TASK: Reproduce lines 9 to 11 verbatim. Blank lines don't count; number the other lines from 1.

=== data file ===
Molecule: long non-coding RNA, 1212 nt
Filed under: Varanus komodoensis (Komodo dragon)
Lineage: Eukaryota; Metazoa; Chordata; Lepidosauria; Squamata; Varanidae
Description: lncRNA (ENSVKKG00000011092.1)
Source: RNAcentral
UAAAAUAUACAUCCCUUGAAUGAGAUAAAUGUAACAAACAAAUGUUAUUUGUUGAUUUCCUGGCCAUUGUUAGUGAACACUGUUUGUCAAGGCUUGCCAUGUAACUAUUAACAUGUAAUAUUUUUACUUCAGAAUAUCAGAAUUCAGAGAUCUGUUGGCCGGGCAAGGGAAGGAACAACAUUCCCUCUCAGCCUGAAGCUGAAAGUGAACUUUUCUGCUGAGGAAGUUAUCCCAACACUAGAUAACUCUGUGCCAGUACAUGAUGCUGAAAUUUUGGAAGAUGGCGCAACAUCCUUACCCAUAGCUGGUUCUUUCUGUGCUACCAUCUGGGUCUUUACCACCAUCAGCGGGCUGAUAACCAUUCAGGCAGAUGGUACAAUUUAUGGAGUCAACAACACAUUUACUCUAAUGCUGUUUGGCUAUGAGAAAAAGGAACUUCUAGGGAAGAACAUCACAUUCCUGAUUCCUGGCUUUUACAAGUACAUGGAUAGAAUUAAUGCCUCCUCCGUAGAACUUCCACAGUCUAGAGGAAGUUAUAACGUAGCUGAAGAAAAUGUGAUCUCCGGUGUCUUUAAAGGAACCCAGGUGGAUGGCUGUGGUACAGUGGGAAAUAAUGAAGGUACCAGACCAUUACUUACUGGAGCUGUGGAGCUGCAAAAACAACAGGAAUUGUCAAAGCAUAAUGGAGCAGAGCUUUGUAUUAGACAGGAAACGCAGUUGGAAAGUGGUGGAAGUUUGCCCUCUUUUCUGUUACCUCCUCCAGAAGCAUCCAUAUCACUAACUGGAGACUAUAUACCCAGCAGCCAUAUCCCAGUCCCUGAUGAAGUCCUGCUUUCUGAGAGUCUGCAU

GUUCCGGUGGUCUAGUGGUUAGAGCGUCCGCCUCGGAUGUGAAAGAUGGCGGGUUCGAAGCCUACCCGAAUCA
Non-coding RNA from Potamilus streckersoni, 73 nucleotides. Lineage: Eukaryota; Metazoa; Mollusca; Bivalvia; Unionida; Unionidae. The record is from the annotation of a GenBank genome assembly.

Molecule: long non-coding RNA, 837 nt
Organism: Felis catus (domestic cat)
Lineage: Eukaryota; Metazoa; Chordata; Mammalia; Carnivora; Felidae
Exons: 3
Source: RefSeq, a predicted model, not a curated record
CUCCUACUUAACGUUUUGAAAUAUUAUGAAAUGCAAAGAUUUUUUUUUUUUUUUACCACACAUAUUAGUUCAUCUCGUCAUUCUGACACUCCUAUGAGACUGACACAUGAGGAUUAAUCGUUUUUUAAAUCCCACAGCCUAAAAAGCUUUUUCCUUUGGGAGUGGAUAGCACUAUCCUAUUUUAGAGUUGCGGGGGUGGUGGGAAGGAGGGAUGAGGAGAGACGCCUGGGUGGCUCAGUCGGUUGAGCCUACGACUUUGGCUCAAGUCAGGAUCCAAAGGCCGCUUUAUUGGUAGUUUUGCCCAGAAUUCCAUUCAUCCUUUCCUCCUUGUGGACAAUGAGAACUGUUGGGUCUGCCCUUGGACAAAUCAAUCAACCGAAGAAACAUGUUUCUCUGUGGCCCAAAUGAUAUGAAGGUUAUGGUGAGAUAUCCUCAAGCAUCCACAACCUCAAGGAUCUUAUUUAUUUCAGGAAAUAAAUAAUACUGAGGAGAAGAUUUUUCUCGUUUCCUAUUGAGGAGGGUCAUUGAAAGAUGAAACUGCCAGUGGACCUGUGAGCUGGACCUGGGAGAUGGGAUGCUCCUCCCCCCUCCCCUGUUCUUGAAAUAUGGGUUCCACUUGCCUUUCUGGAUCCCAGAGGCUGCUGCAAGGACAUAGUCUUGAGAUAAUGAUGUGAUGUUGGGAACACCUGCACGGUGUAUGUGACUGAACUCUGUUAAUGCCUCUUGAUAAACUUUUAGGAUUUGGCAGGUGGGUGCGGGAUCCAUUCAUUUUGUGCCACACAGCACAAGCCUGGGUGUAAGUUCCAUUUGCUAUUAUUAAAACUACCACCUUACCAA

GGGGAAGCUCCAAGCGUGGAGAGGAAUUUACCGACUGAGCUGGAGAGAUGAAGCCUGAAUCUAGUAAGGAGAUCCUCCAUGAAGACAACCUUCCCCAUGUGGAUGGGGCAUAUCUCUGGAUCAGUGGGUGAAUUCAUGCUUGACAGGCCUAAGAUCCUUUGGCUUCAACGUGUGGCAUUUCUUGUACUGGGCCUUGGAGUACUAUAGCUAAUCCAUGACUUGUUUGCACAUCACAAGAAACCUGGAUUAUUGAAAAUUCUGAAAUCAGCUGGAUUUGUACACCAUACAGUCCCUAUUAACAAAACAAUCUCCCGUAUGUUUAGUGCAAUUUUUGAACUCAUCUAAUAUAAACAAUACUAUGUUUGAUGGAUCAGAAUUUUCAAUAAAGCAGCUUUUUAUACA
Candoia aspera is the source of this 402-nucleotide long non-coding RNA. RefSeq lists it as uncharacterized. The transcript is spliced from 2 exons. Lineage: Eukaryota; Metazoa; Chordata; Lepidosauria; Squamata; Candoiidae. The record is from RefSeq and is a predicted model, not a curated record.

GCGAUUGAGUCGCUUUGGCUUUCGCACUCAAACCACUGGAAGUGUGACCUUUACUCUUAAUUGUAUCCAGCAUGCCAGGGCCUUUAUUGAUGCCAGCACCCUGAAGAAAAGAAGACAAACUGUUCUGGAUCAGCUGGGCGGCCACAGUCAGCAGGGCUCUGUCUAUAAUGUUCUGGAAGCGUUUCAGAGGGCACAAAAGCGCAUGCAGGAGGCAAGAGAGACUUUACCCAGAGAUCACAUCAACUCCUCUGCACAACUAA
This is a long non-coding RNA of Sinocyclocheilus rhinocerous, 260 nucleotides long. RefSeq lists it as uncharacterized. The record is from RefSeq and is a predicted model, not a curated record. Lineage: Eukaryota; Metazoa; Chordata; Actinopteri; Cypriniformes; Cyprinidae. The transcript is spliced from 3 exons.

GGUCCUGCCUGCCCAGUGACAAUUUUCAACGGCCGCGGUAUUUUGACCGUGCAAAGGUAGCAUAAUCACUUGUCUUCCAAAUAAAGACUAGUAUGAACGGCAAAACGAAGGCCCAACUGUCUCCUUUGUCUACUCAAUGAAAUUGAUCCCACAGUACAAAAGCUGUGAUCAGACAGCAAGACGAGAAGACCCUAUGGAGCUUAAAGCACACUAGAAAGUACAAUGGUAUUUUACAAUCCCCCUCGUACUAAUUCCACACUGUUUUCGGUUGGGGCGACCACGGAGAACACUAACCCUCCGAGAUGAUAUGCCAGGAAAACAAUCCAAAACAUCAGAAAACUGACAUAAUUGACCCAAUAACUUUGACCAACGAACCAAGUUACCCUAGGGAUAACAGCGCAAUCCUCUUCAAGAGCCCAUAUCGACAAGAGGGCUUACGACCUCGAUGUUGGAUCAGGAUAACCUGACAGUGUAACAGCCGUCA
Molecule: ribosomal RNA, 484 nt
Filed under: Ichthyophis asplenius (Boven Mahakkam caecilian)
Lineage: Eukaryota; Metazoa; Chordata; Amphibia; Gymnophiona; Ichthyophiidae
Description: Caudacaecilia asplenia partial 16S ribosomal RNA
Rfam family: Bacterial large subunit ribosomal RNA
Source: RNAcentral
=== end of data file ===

Molecule: long non-coding RNA, 837 nt
Organism: Felis catus (domestic cat)
Lineage: Eukaryota; Metazoa; Chordata; Mammalia; Carnivora; Felidae